I have heard a great analogy for what separates a good marketer from a great marketing team. It was so simple: A good marketer is a spoon, a singular piece, while a great marketing team is a Swiss Army Knife – A combination tool working together. I love this visual, as it resonates with the customers we want to work with at Unison Measurable Marketing.
With marketing being so multi-pronged these days, it’s hard to know where you should start and what you should be considering for your business. This is equally true when you’ve decided to work with someone for your marketing efforts.
Like many business owners, you may have been scorned by snake-oil salespeople who have promised you the marketing moon. Let’s review some things to keep in mind when you’re talking to a marketing professional:
How Are You Wanting to Work?
There are a number of options to consider:
- In-house staff
- Supplemental work from an external source – Offload the workload of an internal staff so they can focus on what they excel at
- External support – Your business may not be large enough to sustain a full-time employee
Each of these has their merits and disadvantages. What do you value the most from your marketing efforts? Time, efficiency or results?
Every industry has jargon, so it’s not surprising that it will come up in conversation with a marketing professional. SEO, metrics, analytics and KPI’s are all terms that may be heard throughout a conversation. A warning flag is when the marketing person cannot explain or convert these terms into language that translates to your company, or how “these words” will impact your efforts positively.
Many marketers have a core strength, and that’s not a bad thing. However, overselling the advantage of their own service over any other is, again, a warning sign. We see this all the time in online marketing.
For example: A website developer may craft a beautiful website that is, indeed, SEO-friendly from the way the pages and navigation are structured. However, they are overselling the value of a website if they are not talking ongoing SEO, content strategies and advantages of Content Marketing. That said, if the web developer does not have a strength in that area, make sure you understand that a website does not a marketing strategy make on its own. Content Marketing, aka SEO, Social Media, Inbound Marketing, landing pages, blogging, etc., are all areas that must be considered following a website launch.
Another thing to be wary of is someone who promises to be a jack-of-all-trades. Similar to an in-house staff, a jack-of-all-trades person can only really be competent in a few areas – Not all of them. This means the time to accomplish certain tasks could take anywhere from two to ten times longer than a focused professional.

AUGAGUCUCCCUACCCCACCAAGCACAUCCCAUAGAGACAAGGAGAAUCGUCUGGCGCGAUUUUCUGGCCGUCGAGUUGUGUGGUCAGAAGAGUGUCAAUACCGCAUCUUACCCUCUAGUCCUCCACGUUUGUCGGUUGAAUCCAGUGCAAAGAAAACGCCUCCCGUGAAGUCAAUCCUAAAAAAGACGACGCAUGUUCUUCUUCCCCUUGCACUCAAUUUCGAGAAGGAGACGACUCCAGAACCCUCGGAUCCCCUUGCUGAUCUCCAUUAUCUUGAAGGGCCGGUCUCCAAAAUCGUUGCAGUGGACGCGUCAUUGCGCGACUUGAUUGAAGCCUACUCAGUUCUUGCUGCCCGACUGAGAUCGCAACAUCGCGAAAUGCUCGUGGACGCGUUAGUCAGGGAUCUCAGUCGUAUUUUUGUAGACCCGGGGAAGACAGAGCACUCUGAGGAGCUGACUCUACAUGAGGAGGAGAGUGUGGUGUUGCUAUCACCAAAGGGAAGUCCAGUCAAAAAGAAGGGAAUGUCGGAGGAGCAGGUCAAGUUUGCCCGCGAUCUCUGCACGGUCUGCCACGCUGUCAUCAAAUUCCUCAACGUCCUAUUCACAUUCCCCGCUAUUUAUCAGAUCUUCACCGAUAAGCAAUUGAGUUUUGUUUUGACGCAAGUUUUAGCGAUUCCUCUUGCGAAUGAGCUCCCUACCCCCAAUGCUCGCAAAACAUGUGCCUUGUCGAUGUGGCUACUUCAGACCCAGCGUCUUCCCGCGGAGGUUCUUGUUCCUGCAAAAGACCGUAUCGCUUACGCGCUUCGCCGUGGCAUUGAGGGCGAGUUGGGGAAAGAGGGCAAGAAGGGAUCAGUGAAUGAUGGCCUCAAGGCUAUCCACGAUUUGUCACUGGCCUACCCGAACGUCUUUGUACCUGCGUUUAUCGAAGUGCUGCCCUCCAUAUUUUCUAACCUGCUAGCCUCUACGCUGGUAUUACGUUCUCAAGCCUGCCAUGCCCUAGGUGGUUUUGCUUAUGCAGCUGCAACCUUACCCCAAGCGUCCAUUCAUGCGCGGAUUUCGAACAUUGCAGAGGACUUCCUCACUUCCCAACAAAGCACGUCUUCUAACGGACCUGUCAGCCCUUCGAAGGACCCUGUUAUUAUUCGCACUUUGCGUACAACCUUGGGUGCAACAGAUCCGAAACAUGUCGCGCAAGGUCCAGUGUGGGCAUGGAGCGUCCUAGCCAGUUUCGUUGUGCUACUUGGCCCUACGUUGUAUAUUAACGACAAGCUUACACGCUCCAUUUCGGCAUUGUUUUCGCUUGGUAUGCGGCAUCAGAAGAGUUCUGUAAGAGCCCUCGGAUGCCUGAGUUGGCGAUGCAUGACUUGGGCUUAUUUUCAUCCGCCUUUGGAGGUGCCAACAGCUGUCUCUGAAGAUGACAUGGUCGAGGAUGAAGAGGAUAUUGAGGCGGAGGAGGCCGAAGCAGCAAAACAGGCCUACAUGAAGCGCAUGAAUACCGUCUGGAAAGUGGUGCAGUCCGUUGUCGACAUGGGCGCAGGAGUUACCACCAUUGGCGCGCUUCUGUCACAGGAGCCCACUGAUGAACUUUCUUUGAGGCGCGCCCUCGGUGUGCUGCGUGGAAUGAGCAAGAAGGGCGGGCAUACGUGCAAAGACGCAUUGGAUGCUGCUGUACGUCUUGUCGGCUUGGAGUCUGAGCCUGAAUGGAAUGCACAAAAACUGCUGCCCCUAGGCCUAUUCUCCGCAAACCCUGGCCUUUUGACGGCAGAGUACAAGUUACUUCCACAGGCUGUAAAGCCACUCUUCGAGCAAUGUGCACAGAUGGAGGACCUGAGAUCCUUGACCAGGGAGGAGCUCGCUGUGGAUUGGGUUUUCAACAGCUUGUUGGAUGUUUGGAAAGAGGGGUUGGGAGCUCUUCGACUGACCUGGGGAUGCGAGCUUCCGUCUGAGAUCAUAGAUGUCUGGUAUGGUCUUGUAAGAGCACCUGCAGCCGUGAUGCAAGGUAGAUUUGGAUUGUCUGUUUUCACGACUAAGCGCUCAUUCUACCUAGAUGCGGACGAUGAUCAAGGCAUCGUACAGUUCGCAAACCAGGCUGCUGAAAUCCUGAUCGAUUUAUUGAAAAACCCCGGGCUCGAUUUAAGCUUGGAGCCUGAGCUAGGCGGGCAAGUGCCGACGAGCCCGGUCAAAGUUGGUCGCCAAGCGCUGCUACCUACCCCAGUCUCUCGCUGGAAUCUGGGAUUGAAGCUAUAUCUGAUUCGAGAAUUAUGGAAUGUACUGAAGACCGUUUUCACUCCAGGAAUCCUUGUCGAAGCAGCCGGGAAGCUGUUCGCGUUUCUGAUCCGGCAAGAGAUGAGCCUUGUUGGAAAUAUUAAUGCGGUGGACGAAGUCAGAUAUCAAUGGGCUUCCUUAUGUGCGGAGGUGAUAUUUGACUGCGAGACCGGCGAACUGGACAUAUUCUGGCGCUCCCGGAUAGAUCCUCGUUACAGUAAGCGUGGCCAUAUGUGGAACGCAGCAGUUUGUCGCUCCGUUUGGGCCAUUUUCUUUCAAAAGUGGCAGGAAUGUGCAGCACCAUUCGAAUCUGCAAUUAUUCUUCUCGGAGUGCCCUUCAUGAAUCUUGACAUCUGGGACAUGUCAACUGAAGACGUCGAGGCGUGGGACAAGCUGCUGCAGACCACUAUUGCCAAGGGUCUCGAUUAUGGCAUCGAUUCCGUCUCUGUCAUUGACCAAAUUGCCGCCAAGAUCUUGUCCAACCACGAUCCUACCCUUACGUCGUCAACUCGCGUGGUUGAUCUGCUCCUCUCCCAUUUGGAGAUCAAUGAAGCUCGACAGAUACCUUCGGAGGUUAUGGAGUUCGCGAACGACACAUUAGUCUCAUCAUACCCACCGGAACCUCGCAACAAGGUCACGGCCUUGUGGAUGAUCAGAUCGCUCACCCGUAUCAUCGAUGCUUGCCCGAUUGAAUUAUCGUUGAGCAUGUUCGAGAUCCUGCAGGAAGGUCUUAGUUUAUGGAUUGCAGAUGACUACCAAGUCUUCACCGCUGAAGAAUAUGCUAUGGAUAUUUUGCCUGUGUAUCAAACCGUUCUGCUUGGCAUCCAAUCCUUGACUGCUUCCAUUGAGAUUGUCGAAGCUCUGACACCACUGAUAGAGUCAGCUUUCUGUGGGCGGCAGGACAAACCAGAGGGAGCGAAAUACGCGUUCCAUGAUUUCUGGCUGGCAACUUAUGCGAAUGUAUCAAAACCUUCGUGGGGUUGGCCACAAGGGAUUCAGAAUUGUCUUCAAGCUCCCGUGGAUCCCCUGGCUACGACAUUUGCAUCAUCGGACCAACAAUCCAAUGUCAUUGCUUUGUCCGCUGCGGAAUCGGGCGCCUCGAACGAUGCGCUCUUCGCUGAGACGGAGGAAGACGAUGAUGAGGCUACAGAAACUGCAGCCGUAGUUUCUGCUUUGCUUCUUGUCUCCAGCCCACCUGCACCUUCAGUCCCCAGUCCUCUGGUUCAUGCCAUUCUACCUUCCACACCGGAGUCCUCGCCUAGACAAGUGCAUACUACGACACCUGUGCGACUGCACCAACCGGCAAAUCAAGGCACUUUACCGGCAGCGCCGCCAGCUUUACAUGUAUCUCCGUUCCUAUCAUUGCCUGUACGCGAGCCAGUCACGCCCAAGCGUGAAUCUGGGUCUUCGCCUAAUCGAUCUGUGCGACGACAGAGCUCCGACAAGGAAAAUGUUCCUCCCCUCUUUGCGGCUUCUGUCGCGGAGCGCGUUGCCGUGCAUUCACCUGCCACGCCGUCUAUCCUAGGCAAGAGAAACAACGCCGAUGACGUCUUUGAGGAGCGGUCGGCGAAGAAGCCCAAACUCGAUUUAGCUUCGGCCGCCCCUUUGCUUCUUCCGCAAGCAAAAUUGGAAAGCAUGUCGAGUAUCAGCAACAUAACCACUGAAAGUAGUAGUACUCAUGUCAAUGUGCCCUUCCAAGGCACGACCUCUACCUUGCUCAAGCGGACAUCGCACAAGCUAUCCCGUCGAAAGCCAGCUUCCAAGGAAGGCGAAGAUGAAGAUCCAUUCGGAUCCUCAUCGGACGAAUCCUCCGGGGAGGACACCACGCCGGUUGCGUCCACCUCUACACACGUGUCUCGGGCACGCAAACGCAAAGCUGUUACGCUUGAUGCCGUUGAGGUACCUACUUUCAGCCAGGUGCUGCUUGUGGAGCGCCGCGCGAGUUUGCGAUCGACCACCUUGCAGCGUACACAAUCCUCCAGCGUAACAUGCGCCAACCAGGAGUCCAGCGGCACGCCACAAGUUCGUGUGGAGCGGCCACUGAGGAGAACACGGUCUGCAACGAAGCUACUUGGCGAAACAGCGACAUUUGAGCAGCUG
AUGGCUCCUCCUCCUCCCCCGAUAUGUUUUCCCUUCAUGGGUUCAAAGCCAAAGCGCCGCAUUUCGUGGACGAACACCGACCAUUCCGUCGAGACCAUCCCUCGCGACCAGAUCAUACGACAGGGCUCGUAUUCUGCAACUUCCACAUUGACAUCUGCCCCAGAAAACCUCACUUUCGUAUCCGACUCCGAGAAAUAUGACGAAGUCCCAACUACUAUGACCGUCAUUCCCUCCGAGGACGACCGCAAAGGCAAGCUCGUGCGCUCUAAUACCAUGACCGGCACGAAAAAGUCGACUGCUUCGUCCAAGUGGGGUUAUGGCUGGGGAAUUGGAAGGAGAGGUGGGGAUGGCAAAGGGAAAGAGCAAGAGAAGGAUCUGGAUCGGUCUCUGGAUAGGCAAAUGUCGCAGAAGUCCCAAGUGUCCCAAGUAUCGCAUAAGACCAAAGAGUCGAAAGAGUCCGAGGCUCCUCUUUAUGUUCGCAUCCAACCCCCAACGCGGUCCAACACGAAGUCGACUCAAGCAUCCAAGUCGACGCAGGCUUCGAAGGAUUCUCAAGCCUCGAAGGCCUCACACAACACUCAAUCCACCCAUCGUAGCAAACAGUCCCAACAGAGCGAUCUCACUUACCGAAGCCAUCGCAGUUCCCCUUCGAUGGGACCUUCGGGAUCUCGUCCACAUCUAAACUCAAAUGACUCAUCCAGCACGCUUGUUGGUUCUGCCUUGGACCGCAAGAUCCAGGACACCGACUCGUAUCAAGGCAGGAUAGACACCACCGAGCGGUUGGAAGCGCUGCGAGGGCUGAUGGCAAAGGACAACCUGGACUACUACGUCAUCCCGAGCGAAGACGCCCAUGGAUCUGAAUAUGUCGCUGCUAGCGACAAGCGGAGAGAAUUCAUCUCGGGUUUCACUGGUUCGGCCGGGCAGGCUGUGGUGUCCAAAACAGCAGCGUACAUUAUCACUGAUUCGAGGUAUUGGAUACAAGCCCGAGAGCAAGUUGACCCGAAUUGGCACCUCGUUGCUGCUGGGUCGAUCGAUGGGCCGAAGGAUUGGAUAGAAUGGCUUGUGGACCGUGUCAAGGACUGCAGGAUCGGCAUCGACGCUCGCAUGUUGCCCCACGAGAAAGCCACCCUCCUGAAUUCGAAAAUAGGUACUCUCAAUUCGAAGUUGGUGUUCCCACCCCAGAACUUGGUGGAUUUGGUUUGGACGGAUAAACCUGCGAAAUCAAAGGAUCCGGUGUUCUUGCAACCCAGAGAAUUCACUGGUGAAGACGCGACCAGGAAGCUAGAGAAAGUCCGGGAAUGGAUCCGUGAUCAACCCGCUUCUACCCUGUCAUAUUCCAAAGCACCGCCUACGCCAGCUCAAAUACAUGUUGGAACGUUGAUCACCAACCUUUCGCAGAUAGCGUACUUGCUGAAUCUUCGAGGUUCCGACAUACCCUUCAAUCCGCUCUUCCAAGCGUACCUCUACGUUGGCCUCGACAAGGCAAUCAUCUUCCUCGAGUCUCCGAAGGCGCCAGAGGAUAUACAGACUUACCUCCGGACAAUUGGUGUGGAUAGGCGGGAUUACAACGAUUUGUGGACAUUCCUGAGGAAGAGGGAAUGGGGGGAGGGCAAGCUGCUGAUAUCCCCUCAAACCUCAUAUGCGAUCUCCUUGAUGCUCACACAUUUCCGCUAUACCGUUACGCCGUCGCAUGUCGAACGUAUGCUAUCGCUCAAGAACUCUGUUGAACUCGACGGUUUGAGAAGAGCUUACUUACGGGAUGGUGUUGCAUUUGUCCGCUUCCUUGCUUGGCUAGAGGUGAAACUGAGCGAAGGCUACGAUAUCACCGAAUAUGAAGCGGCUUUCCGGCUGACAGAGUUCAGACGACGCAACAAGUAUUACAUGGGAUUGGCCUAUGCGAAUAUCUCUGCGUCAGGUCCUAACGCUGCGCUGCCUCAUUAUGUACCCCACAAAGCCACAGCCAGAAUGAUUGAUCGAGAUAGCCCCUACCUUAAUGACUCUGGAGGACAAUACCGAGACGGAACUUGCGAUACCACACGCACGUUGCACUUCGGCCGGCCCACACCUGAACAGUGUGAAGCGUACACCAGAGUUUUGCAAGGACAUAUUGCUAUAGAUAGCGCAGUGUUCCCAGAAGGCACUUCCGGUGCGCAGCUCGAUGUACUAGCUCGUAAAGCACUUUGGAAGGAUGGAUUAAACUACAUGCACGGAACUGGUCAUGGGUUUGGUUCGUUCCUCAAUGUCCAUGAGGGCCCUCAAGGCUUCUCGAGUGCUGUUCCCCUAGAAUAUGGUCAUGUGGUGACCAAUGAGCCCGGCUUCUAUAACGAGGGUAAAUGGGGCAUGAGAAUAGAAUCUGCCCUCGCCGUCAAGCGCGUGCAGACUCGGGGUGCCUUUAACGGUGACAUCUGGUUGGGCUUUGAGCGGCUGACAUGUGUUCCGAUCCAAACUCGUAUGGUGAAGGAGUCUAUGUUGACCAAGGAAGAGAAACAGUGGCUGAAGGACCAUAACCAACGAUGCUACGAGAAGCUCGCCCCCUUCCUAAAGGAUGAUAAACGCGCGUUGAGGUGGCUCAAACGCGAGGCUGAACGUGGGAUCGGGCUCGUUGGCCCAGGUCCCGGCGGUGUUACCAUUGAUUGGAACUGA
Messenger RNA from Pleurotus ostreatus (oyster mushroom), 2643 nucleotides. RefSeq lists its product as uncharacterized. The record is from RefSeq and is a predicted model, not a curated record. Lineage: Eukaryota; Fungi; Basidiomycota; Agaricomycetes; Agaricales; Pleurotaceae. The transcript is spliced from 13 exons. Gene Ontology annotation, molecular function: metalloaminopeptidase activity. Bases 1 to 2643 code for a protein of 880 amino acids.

If someone says, “We can do it all”, make sure that they have a seasoned team with members who each have skills that are core competencies. This will ensure that both skill and time are kept in check compared to cost.
If someone you’re talking to does nothing but talk tactically, does not ask how this works within your existing marketing strategy, or doesn’t ask how you plan, or want to measure their results- Run! They are not thinking large enough picture.
On the flip side, if you ask for ROI on their efforts – Be prepared for some work on your end, too! You need to have procedures and/or systems in place to measure. Otherwise, you’re judging execution improperly. It’s like asking a Sales Manager to do reporting or forecasting without a CRM.
Cost VS Value
When it all comes down to it, the above can help you establish the question of value and cost.
Value does not always equate cheap. A very important distinction!
Do you value having someone in your business 160hrs a month, competent at one or two areas, while tasking them to five? If so, then your value for your marketing effort is less focused on results, and more on having someone sitting in your office every day. Your cost can go up as the staff member is spending a lot of time learning on the job, plus, overhead costs of benefits, equipment, etc.
Or do you value efficiency of results? True, supplementing a fully-outsourced set of resources may save time and could have similar costs to an employee, however, the efficiency of strategy and delivery will save you in training, time and overhead costs associated an internal staff member.
As mentioned at the beginning of this entry, marketers can either be a piece of cutlery with a specific purpose, or a full Swiss Army Knife. Which is more beneficial to your organization?
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